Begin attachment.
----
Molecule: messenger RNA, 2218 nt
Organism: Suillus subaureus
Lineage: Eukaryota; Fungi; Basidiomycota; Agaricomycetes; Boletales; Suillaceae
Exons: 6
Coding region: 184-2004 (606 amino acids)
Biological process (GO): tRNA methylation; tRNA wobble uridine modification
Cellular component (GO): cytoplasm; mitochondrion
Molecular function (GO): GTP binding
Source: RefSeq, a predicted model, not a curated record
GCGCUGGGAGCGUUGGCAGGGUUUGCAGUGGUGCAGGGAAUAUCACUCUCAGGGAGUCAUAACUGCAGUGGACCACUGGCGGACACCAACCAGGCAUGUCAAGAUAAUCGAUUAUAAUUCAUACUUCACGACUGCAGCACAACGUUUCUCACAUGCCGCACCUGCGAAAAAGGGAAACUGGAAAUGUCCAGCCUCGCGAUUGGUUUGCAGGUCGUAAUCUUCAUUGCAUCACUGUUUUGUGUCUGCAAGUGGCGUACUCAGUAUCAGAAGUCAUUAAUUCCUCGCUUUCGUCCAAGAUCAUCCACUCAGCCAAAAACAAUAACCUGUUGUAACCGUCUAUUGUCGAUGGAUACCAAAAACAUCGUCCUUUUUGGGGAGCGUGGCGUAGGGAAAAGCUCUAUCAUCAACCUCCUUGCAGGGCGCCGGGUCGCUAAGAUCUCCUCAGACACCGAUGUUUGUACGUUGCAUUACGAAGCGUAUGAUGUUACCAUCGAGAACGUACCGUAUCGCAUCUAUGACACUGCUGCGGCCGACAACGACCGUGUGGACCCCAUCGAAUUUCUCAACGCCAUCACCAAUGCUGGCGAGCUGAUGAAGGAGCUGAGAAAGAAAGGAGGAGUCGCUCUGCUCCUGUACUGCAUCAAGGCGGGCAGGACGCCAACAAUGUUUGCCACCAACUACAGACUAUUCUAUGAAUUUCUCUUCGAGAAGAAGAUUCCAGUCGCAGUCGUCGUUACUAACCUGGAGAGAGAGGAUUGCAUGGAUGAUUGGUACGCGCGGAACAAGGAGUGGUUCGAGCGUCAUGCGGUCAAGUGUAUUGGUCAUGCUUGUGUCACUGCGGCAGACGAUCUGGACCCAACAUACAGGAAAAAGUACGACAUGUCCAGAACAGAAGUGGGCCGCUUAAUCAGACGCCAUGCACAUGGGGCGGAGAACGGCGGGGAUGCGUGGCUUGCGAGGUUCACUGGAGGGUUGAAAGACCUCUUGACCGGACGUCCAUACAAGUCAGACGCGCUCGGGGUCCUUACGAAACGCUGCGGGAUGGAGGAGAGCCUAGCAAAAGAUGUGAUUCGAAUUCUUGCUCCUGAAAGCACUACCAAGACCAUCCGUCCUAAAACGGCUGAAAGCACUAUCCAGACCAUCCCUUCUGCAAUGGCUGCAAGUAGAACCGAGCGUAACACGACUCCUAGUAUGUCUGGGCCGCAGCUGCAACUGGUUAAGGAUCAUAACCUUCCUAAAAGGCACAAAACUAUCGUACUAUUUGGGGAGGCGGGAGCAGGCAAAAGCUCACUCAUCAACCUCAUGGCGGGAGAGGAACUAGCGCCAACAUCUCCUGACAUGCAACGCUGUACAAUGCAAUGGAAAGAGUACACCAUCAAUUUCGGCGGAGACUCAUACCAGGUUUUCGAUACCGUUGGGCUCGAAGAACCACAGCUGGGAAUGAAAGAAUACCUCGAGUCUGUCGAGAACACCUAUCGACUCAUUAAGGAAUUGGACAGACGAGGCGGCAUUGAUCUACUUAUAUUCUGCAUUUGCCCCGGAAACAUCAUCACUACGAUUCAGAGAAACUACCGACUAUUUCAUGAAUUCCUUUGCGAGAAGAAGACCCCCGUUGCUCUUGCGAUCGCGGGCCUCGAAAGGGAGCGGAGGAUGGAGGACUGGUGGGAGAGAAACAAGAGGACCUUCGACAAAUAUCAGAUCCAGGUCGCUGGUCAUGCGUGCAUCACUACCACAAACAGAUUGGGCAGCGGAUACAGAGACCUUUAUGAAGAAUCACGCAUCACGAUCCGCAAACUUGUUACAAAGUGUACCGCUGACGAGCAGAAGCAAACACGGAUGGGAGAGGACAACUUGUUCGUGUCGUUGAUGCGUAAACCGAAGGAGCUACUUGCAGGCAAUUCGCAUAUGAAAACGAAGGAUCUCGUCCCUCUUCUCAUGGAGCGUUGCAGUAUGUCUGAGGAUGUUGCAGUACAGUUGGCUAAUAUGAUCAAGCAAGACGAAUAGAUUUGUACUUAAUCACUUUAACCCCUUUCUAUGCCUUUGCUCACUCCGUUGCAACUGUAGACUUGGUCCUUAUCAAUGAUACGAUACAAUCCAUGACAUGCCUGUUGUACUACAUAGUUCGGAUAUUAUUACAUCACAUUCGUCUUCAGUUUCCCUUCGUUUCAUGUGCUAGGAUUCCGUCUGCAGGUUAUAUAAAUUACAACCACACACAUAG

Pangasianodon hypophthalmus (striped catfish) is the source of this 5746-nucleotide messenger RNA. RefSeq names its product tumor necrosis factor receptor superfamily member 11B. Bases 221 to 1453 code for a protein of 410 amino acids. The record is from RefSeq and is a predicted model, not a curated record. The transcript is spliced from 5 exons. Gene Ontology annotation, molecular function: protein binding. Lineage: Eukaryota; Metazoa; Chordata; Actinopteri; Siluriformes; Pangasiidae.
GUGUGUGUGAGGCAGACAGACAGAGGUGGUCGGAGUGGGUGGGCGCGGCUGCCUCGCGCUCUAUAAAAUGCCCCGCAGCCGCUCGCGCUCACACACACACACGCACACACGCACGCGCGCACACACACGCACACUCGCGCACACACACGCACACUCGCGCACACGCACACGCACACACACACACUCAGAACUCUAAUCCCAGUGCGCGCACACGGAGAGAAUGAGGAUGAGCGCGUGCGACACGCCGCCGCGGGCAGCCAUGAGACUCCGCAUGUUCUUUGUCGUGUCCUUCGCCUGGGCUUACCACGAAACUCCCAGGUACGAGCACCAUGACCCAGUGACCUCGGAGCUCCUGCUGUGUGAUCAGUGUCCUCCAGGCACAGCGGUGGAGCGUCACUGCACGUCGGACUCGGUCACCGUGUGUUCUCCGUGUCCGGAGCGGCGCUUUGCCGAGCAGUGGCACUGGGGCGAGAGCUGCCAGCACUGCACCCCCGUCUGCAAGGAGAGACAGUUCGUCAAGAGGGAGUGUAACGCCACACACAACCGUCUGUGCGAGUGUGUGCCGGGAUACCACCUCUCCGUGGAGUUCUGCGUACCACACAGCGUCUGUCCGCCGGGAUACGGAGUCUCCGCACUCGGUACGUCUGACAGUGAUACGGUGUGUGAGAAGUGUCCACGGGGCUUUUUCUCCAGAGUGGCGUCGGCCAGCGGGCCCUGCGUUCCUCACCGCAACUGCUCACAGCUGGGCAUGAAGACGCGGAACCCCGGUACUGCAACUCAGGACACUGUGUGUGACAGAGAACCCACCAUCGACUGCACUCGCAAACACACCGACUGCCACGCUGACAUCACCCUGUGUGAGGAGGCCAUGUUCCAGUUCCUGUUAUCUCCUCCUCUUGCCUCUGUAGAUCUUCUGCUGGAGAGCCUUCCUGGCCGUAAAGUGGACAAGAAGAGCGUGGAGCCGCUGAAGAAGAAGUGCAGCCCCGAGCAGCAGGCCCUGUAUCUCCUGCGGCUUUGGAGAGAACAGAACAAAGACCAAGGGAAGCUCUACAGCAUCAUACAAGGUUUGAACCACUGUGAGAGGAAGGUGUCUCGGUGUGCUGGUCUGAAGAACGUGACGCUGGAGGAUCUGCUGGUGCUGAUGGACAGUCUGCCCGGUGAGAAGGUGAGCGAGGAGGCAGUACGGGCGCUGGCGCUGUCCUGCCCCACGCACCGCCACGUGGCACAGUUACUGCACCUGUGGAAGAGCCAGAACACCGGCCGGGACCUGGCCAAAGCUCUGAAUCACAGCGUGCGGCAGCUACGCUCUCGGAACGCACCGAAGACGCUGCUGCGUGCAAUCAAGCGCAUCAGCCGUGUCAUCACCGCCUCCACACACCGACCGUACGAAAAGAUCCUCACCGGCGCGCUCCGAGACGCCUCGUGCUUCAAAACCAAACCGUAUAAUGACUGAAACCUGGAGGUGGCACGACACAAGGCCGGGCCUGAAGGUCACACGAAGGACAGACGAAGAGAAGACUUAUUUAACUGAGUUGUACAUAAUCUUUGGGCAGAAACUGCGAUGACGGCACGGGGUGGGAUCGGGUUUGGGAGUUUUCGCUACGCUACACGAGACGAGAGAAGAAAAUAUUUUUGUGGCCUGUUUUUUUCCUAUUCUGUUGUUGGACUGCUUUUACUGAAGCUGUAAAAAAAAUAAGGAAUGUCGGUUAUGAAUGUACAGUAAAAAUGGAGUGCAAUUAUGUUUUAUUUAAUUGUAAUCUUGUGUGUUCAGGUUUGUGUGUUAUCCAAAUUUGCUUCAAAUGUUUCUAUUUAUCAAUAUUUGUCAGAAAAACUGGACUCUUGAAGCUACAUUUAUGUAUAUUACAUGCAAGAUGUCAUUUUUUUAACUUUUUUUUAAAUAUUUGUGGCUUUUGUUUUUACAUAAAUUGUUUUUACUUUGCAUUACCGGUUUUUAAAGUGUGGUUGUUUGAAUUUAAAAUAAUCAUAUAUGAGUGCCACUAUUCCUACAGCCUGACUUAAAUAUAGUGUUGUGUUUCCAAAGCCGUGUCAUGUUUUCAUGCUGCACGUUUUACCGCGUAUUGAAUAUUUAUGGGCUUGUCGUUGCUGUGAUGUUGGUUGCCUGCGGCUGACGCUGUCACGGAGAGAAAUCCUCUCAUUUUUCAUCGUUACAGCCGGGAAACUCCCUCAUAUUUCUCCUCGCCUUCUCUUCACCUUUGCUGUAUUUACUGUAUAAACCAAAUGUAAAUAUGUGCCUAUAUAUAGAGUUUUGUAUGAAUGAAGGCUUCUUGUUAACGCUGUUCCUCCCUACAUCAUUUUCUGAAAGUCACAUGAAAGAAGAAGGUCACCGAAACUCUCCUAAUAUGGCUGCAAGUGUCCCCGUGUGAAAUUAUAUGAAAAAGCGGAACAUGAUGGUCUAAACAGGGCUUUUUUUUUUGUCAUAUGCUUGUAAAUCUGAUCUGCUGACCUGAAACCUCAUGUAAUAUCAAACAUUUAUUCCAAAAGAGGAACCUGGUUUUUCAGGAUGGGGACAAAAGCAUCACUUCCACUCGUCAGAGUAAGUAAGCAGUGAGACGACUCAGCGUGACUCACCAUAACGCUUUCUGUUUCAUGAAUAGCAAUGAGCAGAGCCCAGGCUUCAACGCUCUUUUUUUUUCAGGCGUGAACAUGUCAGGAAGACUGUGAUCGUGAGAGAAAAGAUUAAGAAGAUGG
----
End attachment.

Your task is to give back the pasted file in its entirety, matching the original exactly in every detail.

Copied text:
Molecule: messenger RNA, 2218 nt
Organism: Suillus subaureus
Lineage: Eukaryota; Fungi; Basidiomycota; Agaricomycetes; Boletales; Suillaceae
Exons: 6
Coding region: 184-2004 (606 amino acids)
Biological process (GO): tRNA methylation; tRNA wobble uridine modification
Cellular component (GO): cytoplasm; mitochondrion
Molecular function (GO): GTP binding
Source: RefSeq, a predicted model, not a curated record
GCGCUGGGAGCGUUGGCAGGGUUUGCAGUGGUGCAGGGAAUAUCACUCUCAGGGAGUCAUAACUGCAGUGGACCACUGGCGGACACCAACCAGGCAUGUCAAGAUAAUCGAUUAUAAUUCAUACUUCACGACUGCAGCACAACGUUUCUCACAUGCCGCACCUGCGAAAAAGGGAAACUGGAAAUGUCCAGCCUCGCGAUUGGUUUGCAGGUCGUAAUCUUCAUUGCAUCACUGUUUUGUGUCUGCAAGUGGCGUACUCAGUAUCAGAAGUCAUUAAUUCCUCGCUUUCGUCCAAGAUCAUCCACUCAGCCAAAAACAAUAACCUGUUGUAACCGUCUAUUGUCGAUGGAUACCAAAAACAUCGUCCUUUUUGGGGAGCGUGGCGUAGGGAAAAGCUCUAUCAUCAACCUCCUUGCAGGGCGCCGGGUCGCUAAGAUCUCCUCAGACACCGAUGUUUGUACGUUGCAUUACGAAGCGUAUGAUGUUACCAUCGAGAACGUACCGUAUCGCAUCUAUGACACUGCUGCGGCCGACAACGACCGUGUGGACCCCAUCGAAUUUCUCAACGCCAUCACCAAUGCUGGCGAGCUGAUGAAGGAGCUGAGAAAGAAAGGAGGAGUCGCUCUGCUCCUGUACUGCAUCAAGGCGGGCAGGACGCCAACAAUGUUUGCCACCAACUACAGACUAUUCUAUGAAUUUCUCUUCGAGAAGAAGAUUCCAGUCGCAGUCGUCGUUACUAACCUGGAGAGAGAGGAUUGCAUGGAUGAUUGGUACGCGCGGAACAAGGAGUGGUUCGAGCGUCAUGCGGUCAAGUGUAUUGGUCAUGCUUGUGUCACUGCGGCAGACGAUCUGGACCCAACAUACAGGAAAAAGUACGACAUGUCCAGAACAGAAGUGGGCCGCUUAAUCAGACGCCAUGCACAUGGGGCGGAGAACGGCGGGGAUGCGUGGCUUGCGAGGUUCACUGGAGGGUUGAAAGACCUCUUGACCGGACGUCCAUACAAGUCAGACGCGCUCGGGGUCCUUACGAAACGCUGCGGGAUGGAGGAGAGCCUAGCAAAAGAUGUGAUUCGAAUUCUUGCUCCUGAAAGCACUACCAAGACCAUCCGUCCUAAAACGGCUGAAAGCACUAUCCAGACCAUCCCUUCUGCAAUGGCUGCAAGUAGAACCGAGCGUAACACGACUCCUAGUAUGUCUGGGCCGCAGCUGCAACUGGUUAAGGAUCAUAACCUUCCUAAAAGGCACAAAACUAUCGUACUAUUUGGGGAGGCGGGAGCAGGCAAAAGCUCACUCAUCAACCUCAUGGCGGGAGAGGAACUAGCGCCAACAUCUCCUGACAUGCAACGCUGUACAAUGCAAUGGAAAGAGUACACCAUCAAUUUCGGCGGAGACUCAUACCAGGUUUUCGAUACCGUUGGGCUCGAAGAACCACAGCUGGGAAUGAAAGAAUACCUCGAGUCUGUCGAGAACACCUAUCGACUCAUUAAGGAAUUGGACAGACGAGGCGGCAUUGAUCUACUUAUAUUCUGCAUUUGCCCCGGAAACAUCAUCACUACGAUUCAGAGAAACUACCGACUAUUUCAUGAAUUCCUUUGCGAGAAGAAGACCCCCGUUGCUCUUGCGAUCGCGGGCCUCGAAAGGGAGCGGAGGAUGGAGGACUGGUGGGAGAGAAACAAGAGGACCUUCGACAAAUAUCAGAUCCAGGUCGCUGGUCAUGCGUGCAUCACUACCACAAACAGAUUGGGCAGCGGAUACAGAGACCUUUAUGAAGAAUCACGCAUCACGAUCCGCAAACUUGUUACAAAGUGUACCGCUGACGAGCAGAAGCAAACACGGAUGGGAGAGGACAACUUGUUCGUGUCGUUGAUGCGUAAACCGAAGGAGCUACUUGCAGGCAAUUCGCAUAUGAAAACGAAGGAUCUCGUCCCUCUUCUCAUGGAGCGUUGCAGUAUGUCUGAGGAUGUUGCAGUACAGUUGGCUAAUAUGAUCAAGCAAGACGAAUAGAUUUGUACUUAAUCACUUUAACCCCUUUCUAUGCCUUUGCUCACUCCGUUGCAACUGUAGACUUGGUCCUUAUCAAUGAUACGAUACAAUCCAUGACAUGCCUGUUGUACUACAUAGUUCGGAUAUUAUUACAUCACAUUCGUCUUCAGUUUCCCUUCGUUUCAUGUGCUAGGAUUCCGUCUGCAGGUUAUAUAAAUUACAACCACACACAUAG

Pangasianodon hypophthalmus (striped catfish) is the source of this 5746-nucleotide messenger RNA. RefSeq names its product tumor necrosis factor receptor superfamily member 11B. Bases 221 to 1453 code for a protein of 410 amino acids. The record is from RefSeq and is a predicted model, not a curated record. The transcript is spliced from 5 exons. Gene Ontology annotation, molecular function: protein binding. Lineage: Eukaryota; Metazoa; Chordata; Actinopteri; Siluriformes; Pangasiidae.
GUGUGUGUGAGGCAGACAGACAGAGGUGGUCGGAGUGGGUGGGCGCGGCUGCCUCGCGCUCUAUAAAAUGCCCCGCAGCCGCUCGCGCUCACACACACACACGCACACACGCACGCGCGCACACACACGCACACUCGCGCACACACACGCACACUCGCGCACACGCACACGCACACACACACACUCAGAACUCUAAUCCCAGUGCGCGCACACGGAGAGAAUGAGGAUGAGCGCGUGCGACACGCCGCCGCGGGCAGCCAUGAGACUCCGCAUGUUCUUUGUCGUGUCCUUCGCCUGGGCUUACCACGAAACUCCCAGGUACGAGCACCAUGACCCAGUGACCUCGGAGCUCCUGCUGUGUGAUCAGUGUCCUCCAGGCACAGCGGUGGAGCGUCACUGCACGUCGGACUCGGUCACCGUGUGUUCUCCGUGUCCGGAGCGGCGCUUUGCCGAGCAGUGGCACUGGGGCGAGAGCUGCCAGCACUGCACCCCCGUCUGCAAGGAGAGACAGUUCGUCAAGAGGGAGUGUAACGCCACACACAACCGUCUGUGCGAGUGUGUGCCGGGAUACCACCUCUCCGUGGAGUUCUGCGUACCACACAGCGUCUGUCCGCCGGGAUACGGAGUCUCCGCACUCGGUACGUCUGACAGUGAUACGGUGUGUGAGAAGUGUCCACGGGGCUUUUUCUCCAGAGUGGCGUCGGCCAGCGGGCCCUGCGUUCCUCACCGCAACUGCUCACAGCUGGGCAUGAAGACGCGGAACCCCGGUACUGCAACUCAGGACACUGUGUGUGACAGAGAACCCACCAUCGACUGCACUCGCAAACACACCGACUGCCACGCUGACAUCACCCUGUGUGAGGAGGCCAUGUUCCAGUUCCUGUUAUCUCCUCCUCUUGCCUCUGUAGAUCUUCUGCUGGAGAGCCUUCCUGGCCGUAAAGUGGACAAGAAGAGCGUGGAGCCGCUGAAGAAGAAGUGCAGCCCCGAGCAGCAGGCCCUGUAUCUCCUGCGGCUUUGGAGAGAACAGAACAAAGACCAAGGGAAGCUCUACAGCAUCAUACAAGGUUUGAACCACUGUGAGAGGAAGGUGUCUCGGUGUGCUGGUCUGAAGAACGUGACGCUGGAGGAUCUGCUGGUGCUGAUGGACAGUCUGCCCGGUGAGAAGGUGAGCGAGGAGGCAGUACGGGCGCUGGCGCUGUCCUGCCCCACGCACCGCCACGUGGCACAGUUACUGCACCUGUGGAAGAGCCAGAACACCGGCCGGGACCUGGCCAAAGCUCUGAAUCACAGCGUGCGGCAGCUACGCUCUCGGAACGCACCGAAGACGCUGCUGCGUGCAAUCAAGCGCAUCAGCCGUGUCAUCACCGCCUCCACACACCGACCGUACGAAAAGAUCCUCACCGGCGCGCUCCGAGACGCCUCGUGCUUCAAAACCAAACCGUAUAAUGACUGAAACCUGGAGGUGGCACGACACAAGGCCGGGCCUGAAGGUCACACGAAGGACAGACGAAGAGAAGACUUAUUUAACUGAGUUGUACAUAAUCUUUGGGCAGAAACUGCGAUGACGGCACGGGGUGGGAUCGGGUUUGGGAGUUUUCGCUACGCUACACGAGACGAGAGAAGAAAAUAUUUUUGUGGCCUGUUUUUUUCCUAUUCUGUUGUUGGACUGCUUUUACUGAAGCUGUAAAAAAAAUAAGGAAUGUCGGUUAUGAAUGUACAGUAAAAAUGGAGUGCAAUUAUGUUUUAUUUAAUUGUAAUCUUGUGUGUUCAGGUUUGUGUGUUAUCCAAAUUUGCUUCAAAUGUUUCUAUUUAUCAAUAUUUGUCAGAAAAACUGGACUCUUGAAGCUACAUUUAUGUAUAUUACAUGCAAGAUGUCAUUUUUUUAACUUUUUUUUAAAUAUUUGUGGCUUUUGUUUUUACAUAAAUUGUUUUUACUUUGCAUUACCGGUUUUUAAAGUGUGGUUGUUUGAAUUUAAAAUAAUCAUAUAUGAGUGCCACUAUUCCUACAGCCUGACUUAAAUAUAGUGUUGUGUUUCCAAAGCCGUGUCAUGUUUUCAUGCUGCACGUUUUACCGCGUAUUGAAUAUUUAUGGGCUUGUCGUUGCUGUGAUGUUGGUUGCCUGCGGCUGACGCUGUCACGGAGAGAAAUCCUCUCAUUUUUCAUCGUUACAGCCGGGAAACUCCCUCAUAUUUCUCCUCGCCUUCUCUUCACCUUUGCUGUAUUUACUGUAUAAACCAAAUGUAAAUAUGUGCCUAUAUAUAGAGUUUUGUAUGAAUGAAGGCUUCUUGUUAACGCUGUUCCUCCCUACAUCAUUUUCUGAAAGUCACAUGAAAGAAGAAGGUCACCGAAACUCUCCUAAUAUGGCUGCAAGUGUCCCCGUGUGAAAUUAUAUGAAAAAGCGGAACAUGAUGGUCUAAACAGGGCUUUUUUUUUUGUCAUAUGCUUGUAAAUCUGAUCUGCUGACCUGAAACCUCAUGUAAUAUCAAACAUUUAUUCCAAAAGAGGAACCUGGUUUUUCAGGAUGGGGACAAAAGCAUCACUUCCACUCGUCAGAGUAAGUAAGCAGUGAGACGACUCAGCGUGACUCACCAUAACGCUUUCUGUUUCAUGAAUAGCAAUGAGCAGAGCCCAGGCUUCAACGCUCUUUUUUUUUCAGGCGUGAACAUGUCAGGAAGACUGUGAUCGUGAGAGAAAAGAUUAAGAAGAUGG